15 Things For Your Canadian Bucket List 2

6. See Niagara Falls

Once a popular honeymoon spot, Niagara Falls collectively includes a trio of waterfalls that straddle the international border between the state of New York in the U.S. and the Canadian province of Ontario.  The three waterfalls make up the southern end of Niagara Gorge.  Thirty-million visitors see falls every year.  It’s also famous for being the site for several jumps and daredevil stunts including tightrope walks and barrel rides down the falls.    

7. Catch An Ice Hockey Game

If you ask your average Canadian what sport is more popular than ice hockey he will probably tell you: “None.”  Try to time a visit for some time during ice hockey season.  Go see a national, regional or even a local hockey game.  Take in not only the game but the crowd atmosphere.  (Just as you have to see a wrestling match in Mexico, so too must you catch an ice hockey match.)  

8. View The Northern Lights

The Northern Lights are a product of collisions between multiple gaseous particles in our planet’s atmosphere with the charged particles set free from the atmosphere of the sun.  Before you go, do an online search for “Northern Lights prediction” as they are reputed to be generally accurate.  You can sign up for the aurora-watching tour in Yellowknife, which is ideally located under the northern auroral oval (barring solar flares or bad weather).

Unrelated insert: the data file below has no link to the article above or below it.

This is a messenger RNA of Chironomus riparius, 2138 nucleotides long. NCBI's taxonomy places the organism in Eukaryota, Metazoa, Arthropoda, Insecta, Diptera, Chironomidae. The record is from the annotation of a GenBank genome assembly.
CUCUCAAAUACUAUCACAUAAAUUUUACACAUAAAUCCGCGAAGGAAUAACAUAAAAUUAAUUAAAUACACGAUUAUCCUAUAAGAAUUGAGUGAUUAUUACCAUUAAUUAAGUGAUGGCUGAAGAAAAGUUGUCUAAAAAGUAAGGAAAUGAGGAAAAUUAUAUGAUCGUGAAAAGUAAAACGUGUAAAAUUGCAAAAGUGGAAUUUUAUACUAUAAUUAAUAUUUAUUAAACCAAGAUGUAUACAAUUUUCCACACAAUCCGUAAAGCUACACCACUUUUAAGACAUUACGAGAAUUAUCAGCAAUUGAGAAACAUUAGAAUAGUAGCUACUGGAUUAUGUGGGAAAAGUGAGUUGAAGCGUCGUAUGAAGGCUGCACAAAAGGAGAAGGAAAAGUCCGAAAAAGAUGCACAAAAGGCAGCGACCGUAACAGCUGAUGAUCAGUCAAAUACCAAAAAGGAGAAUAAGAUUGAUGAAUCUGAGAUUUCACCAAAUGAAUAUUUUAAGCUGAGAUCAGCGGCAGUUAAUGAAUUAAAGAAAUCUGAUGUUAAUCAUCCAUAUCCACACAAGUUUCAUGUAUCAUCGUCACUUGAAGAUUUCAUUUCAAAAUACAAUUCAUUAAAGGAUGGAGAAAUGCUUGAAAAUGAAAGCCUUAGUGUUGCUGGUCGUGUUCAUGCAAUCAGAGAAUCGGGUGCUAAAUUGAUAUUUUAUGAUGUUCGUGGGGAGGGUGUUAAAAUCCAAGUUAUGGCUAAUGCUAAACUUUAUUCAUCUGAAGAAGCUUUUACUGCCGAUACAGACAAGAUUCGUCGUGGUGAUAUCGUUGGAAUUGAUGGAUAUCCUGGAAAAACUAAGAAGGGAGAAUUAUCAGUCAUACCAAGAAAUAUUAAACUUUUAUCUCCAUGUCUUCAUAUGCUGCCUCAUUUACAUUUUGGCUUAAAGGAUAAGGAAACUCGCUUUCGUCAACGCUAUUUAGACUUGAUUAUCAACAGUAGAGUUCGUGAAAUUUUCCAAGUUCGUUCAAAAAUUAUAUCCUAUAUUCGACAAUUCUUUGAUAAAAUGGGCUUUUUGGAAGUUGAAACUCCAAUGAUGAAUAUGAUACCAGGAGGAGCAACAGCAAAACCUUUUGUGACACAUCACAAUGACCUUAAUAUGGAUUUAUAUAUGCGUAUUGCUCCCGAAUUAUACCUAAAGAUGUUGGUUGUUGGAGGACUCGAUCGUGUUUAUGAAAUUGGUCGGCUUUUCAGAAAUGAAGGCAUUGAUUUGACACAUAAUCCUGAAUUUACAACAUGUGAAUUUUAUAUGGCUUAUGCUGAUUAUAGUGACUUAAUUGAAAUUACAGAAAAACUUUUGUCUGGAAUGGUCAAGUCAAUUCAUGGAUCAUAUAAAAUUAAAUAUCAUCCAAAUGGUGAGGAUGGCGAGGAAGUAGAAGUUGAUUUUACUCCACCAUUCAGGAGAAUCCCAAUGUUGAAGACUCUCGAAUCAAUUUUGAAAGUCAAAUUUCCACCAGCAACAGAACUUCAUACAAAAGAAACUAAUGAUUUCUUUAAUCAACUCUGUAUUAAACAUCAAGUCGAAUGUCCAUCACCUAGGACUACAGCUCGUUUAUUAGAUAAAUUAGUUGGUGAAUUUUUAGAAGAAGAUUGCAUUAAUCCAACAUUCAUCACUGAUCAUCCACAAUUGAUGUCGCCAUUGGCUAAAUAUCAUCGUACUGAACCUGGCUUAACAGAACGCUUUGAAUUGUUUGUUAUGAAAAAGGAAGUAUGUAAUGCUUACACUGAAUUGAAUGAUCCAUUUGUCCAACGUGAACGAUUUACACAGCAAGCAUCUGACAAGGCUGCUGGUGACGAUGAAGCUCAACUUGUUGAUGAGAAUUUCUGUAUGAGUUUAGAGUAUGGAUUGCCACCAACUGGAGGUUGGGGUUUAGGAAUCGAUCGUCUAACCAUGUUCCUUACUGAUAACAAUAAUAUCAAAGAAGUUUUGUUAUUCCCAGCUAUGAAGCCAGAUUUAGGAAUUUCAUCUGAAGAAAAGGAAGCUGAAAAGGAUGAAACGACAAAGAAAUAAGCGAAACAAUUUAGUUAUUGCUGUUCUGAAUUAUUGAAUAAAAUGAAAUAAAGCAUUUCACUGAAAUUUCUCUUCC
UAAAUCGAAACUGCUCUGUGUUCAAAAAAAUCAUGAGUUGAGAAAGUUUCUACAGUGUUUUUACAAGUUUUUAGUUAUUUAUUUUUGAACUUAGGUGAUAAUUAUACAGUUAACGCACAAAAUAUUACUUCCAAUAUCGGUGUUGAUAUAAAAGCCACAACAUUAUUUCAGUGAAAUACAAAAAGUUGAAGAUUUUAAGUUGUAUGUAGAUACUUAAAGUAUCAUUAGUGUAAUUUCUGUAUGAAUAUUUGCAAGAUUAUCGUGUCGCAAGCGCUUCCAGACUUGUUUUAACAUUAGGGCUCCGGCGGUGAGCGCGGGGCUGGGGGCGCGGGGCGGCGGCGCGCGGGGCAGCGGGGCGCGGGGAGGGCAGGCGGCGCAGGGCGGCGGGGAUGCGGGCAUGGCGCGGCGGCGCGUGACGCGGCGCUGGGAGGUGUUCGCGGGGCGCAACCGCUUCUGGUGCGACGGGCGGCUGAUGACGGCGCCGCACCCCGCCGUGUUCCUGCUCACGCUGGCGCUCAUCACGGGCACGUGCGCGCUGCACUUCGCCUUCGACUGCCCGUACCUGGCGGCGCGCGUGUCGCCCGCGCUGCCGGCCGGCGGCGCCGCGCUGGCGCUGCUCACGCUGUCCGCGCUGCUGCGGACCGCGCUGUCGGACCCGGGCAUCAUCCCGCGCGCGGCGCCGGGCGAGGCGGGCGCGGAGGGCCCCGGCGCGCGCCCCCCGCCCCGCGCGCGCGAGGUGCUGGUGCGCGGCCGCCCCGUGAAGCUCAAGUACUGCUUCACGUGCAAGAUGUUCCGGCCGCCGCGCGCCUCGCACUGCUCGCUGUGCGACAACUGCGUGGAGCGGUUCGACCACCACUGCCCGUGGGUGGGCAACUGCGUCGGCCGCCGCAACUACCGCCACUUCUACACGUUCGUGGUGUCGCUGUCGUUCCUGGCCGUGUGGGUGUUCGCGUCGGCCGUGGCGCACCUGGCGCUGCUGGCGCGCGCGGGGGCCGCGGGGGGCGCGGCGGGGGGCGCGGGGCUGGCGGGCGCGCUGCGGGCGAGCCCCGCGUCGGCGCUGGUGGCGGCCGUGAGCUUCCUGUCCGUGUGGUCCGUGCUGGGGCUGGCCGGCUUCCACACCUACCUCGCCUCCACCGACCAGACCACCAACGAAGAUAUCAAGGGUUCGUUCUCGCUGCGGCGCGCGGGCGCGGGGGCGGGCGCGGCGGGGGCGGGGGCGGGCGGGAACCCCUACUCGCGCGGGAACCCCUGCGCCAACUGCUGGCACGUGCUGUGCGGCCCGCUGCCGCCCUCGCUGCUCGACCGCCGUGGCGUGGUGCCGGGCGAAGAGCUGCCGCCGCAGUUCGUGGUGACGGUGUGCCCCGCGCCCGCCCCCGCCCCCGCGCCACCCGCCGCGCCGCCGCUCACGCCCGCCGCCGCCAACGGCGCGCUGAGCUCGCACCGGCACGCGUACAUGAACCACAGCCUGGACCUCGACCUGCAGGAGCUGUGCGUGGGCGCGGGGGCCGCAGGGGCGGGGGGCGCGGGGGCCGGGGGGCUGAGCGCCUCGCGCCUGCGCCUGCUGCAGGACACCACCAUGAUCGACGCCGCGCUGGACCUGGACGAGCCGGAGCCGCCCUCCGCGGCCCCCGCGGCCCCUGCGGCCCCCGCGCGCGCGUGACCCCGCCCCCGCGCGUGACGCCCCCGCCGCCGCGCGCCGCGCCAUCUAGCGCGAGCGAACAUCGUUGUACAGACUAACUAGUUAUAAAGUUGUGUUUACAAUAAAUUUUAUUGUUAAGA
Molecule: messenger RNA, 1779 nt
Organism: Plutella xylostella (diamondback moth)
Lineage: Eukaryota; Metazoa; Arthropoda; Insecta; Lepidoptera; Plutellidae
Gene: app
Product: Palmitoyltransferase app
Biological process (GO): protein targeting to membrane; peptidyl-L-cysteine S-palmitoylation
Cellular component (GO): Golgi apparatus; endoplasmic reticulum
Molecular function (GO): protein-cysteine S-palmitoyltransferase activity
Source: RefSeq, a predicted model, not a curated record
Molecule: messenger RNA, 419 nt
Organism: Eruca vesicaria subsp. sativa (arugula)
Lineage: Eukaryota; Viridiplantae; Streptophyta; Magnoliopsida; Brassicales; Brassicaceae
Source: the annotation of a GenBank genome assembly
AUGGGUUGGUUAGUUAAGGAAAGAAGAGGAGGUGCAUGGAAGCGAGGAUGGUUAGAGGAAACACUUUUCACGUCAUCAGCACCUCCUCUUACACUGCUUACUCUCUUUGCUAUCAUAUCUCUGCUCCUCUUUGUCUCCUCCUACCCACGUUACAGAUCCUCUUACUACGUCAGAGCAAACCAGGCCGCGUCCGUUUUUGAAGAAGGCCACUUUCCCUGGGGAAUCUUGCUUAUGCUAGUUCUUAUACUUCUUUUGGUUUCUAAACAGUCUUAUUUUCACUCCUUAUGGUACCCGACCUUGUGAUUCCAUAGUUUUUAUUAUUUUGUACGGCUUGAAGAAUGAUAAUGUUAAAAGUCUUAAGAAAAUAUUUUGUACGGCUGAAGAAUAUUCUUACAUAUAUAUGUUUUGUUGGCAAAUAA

9. Tour Nova Scotia

Nova Scotia is Latin for “New Scotland.”  Situated in Canada’s east Maritime provinces, it is arguably one of the most beautiful areas of the country one could visit.  It is one of three Maritime provinces as well as one of four provinces which make up Atlantic Canada.  It is also reported to be the “second-most-densely populated province” too.  Nova Scotia has a number of fossil-bearing rock formations.

10. Enjoy The Athabasca Sand Dunes Provincial Park

The most northerly active sand dune formation on the planet, The Athabasca Sand Dunes are found in The Athabasca Sand Dunes Provincial Park in Saskatchewan.  The park was created in 1969 to protect the dunes.  The dunes can go as high as 30 meters.  Accessible only by boat or floatplane, the park has six campgrounds.  Previous visitors suggest hiking to the William River dune fields where you’ll feel like the last person on Earth.


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